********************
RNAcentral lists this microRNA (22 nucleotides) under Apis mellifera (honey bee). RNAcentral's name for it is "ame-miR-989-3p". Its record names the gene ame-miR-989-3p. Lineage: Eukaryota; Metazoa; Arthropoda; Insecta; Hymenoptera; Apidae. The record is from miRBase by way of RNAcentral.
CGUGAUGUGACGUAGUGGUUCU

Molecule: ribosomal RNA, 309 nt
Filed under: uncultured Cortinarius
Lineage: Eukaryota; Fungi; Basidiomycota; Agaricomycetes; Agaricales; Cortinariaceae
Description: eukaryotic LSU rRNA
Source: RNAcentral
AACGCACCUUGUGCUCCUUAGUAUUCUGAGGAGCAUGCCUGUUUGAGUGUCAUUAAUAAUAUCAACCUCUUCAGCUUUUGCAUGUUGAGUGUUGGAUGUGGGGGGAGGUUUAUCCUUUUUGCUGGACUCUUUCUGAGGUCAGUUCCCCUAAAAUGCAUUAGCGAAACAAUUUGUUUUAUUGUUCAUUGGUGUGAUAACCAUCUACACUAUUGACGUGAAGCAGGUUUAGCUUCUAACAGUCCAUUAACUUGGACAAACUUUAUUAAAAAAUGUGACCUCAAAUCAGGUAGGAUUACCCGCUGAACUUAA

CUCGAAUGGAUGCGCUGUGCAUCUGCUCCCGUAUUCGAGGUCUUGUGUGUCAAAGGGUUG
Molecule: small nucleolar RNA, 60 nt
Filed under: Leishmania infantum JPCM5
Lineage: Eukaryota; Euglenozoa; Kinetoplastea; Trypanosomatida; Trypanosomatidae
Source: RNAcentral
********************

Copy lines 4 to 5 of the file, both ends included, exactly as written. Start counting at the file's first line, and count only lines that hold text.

Filed under: uncultured Cortinarius
Lineage: Eukaryota; Fungi; Basidiomycota; Agaricomycetes; Agaricales; Cortinariaceae